A couple of days later, I met Waldron for a drink at a Kampala hotel. He told me some of his story. At different times in his career, he said, he had been a syndicated talk radio show host, a lobbyist and a Republican political consultant. More recently, he had run sports programs for underprivileged youths in Tampa, Florida. (He left under a cloud, after the St. Petersburg Times published an investigation into how he had spent more than $600,000, questioning, among other things, the cost of his house and the fact that he drove a Jaguar.) Now he was in Uganda, trying to sell computer software to government ministries while preaching on the weekends.
“They embrace Americans here,” he said enthusiastically. Indeed, as we sat together, a steady stream of young admirers came up to greet Waldron. They made complicated handshakes, the way Ugandans do. Earlier, Waldron had wowed Ssempa’s congregation with a story about how he’d recently been invited to the real White House, in the company of religious rapper MC Hammer. Now he boasted to me that he’d been meeting privately with President Museveni and his wife.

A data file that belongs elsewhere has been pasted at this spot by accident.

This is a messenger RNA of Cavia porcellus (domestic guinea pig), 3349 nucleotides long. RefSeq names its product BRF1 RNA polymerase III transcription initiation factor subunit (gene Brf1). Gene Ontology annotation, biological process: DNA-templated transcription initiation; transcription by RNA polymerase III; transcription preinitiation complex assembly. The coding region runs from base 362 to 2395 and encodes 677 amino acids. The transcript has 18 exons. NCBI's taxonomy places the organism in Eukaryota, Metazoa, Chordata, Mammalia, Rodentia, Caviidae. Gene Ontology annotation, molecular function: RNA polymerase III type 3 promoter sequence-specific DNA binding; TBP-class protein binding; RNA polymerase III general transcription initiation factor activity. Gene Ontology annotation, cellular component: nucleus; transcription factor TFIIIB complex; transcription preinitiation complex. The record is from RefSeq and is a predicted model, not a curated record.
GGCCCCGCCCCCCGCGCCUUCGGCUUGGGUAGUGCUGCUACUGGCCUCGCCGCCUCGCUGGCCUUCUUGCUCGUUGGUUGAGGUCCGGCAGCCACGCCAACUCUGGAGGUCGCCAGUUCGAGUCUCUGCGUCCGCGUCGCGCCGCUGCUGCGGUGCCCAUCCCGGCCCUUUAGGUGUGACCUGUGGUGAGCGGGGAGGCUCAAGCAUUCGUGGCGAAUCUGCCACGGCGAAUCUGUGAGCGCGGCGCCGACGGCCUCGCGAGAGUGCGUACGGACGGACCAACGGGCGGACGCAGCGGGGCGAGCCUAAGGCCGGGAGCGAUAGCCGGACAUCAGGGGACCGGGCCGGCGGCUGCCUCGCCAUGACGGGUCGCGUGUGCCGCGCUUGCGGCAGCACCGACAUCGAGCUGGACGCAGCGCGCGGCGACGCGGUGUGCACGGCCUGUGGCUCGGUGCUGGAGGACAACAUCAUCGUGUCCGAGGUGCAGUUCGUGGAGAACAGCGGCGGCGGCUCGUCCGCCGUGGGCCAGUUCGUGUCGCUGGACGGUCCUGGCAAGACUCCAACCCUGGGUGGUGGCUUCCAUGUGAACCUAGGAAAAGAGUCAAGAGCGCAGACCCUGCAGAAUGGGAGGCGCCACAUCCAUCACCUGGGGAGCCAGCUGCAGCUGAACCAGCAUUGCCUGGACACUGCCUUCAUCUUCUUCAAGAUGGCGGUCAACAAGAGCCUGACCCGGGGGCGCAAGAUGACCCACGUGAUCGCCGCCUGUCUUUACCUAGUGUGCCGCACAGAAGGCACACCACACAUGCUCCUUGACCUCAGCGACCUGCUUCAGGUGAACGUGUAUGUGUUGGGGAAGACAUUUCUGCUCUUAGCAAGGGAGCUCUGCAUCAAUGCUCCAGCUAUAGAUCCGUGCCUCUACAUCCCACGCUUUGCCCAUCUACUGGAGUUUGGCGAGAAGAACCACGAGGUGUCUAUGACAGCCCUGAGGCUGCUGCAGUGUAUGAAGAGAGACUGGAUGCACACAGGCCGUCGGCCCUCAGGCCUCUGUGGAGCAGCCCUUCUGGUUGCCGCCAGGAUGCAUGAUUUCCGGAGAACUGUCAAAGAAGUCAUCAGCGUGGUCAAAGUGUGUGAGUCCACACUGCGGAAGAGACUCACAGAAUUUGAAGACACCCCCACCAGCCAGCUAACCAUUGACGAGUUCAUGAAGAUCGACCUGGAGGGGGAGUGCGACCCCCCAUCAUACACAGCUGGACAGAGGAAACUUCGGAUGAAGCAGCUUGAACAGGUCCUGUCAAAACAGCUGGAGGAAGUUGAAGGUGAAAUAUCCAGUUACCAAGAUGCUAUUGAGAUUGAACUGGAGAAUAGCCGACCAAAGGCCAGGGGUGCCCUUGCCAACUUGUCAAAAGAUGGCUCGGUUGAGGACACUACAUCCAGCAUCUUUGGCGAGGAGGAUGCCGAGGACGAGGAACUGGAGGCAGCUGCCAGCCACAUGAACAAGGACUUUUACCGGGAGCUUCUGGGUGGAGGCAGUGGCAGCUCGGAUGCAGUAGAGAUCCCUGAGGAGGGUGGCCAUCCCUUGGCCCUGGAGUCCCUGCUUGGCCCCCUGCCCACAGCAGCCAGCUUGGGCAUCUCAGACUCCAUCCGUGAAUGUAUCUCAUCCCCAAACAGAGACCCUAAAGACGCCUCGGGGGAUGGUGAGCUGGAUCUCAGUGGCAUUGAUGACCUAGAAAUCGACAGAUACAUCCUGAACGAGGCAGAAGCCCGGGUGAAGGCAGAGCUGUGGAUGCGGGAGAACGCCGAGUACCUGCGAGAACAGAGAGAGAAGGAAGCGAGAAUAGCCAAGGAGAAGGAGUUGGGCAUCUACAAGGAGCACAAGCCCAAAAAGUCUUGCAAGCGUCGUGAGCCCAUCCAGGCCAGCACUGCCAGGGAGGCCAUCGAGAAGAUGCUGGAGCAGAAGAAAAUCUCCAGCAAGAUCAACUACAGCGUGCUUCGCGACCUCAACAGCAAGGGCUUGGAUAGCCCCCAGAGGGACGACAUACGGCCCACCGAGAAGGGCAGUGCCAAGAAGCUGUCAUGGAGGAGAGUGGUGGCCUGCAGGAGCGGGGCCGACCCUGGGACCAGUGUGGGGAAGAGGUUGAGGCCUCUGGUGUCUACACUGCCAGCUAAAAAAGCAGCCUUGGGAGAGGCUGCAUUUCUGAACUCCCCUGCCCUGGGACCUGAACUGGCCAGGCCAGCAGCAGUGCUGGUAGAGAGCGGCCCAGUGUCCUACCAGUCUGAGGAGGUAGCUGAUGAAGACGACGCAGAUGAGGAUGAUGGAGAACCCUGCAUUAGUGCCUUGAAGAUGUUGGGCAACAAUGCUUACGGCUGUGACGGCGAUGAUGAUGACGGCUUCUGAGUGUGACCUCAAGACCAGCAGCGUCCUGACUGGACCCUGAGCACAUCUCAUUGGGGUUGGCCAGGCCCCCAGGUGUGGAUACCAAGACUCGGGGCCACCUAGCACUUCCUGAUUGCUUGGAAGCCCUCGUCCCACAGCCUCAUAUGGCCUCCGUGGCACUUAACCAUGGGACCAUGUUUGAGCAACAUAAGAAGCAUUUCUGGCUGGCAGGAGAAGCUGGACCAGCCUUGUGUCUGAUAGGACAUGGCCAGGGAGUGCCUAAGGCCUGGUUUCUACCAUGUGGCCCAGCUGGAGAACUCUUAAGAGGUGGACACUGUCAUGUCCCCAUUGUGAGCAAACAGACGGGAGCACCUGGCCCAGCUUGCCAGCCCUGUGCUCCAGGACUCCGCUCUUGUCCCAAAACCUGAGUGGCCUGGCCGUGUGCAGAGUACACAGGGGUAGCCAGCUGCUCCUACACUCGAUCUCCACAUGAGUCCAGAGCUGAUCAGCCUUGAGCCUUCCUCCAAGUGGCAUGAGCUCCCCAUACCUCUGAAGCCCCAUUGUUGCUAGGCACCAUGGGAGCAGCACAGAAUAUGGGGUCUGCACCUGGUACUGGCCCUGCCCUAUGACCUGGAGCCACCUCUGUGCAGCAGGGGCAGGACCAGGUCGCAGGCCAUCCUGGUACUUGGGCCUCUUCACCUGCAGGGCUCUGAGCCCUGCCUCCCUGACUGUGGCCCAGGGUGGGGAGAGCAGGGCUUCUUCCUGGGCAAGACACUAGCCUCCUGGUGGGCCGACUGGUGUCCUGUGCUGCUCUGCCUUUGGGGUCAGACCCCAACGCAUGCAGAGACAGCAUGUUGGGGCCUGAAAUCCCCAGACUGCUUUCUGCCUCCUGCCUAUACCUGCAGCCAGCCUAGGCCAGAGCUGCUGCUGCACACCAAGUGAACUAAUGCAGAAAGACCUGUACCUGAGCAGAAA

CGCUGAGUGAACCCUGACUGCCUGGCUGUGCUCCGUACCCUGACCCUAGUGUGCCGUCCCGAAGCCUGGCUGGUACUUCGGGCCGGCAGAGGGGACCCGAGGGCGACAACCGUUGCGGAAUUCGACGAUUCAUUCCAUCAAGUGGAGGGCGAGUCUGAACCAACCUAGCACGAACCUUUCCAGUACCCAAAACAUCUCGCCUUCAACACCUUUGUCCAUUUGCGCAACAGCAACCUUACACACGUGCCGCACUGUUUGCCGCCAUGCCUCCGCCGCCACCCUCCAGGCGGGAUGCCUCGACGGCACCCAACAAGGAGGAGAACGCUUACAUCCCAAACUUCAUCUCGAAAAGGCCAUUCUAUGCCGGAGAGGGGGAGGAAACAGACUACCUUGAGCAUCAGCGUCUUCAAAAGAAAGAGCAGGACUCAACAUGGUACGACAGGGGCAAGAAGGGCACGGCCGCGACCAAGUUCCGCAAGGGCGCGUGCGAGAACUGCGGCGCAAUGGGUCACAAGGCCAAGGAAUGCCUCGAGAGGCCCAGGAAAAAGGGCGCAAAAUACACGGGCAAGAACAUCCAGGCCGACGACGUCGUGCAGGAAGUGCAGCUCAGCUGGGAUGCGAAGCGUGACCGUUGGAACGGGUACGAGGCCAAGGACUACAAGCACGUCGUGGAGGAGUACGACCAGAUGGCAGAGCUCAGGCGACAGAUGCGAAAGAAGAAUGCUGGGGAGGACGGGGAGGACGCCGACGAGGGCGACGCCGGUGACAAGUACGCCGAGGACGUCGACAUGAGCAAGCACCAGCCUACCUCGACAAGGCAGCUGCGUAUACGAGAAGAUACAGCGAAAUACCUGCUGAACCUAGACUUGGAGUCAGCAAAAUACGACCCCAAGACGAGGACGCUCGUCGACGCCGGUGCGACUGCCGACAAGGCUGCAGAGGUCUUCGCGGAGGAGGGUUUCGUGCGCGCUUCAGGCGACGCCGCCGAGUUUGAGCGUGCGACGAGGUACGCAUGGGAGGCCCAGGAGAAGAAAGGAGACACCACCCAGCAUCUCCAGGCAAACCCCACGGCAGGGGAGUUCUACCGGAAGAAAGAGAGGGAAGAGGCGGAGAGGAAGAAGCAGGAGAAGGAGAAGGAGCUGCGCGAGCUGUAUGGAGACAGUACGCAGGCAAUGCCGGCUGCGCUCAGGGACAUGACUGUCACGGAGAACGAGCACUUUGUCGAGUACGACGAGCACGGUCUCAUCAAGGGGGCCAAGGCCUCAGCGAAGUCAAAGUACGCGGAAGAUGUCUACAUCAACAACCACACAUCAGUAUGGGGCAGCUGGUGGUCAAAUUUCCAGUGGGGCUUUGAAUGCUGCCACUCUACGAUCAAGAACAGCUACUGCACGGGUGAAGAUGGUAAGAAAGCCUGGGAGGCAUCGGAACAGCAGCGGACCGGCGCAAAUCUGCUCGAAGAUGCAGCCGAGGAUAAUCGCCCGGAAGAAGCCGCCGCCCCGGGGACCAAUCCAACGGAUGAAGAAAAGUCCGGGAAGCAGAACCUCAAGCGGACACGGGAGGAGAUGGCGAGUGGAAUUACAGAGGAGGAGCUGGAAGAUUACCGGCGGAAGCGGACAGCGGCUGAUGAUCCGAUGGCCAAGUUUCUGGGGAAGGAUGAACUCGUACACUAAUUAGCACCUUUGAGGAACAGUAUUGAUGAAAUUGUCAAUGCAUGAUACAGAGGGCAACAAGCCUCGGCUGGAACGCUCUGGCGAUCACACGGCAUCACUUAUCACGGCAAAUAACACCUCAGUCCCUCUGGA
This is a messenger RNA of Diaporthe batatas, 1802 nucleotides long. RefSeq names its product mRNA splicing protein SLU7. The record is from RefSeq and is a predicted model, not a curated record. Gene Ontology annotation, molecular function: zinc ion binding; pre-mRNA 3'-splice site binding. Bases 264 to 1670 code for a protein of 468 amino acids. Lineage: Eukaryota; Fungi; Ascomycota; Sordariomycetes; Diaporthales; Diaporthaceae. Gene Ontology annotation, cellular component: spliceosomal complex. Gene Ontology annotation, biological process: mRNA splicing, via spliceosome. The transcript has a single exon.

It occurred to me, not for the first time, that when it came to religion, the relationship between America and Africa is not at all one-way. For many Americans of faith, Uganda, a country where homosexuality and abortion are outlawed, where politicians freely mix church and state, and where outward displays of religious devotion are the norm, represents a kind of haven. America may have a born-again president, but it is far too diverse to be, as conservatives call it, “a Christian nation.” But Uganda is on its way to becoming one.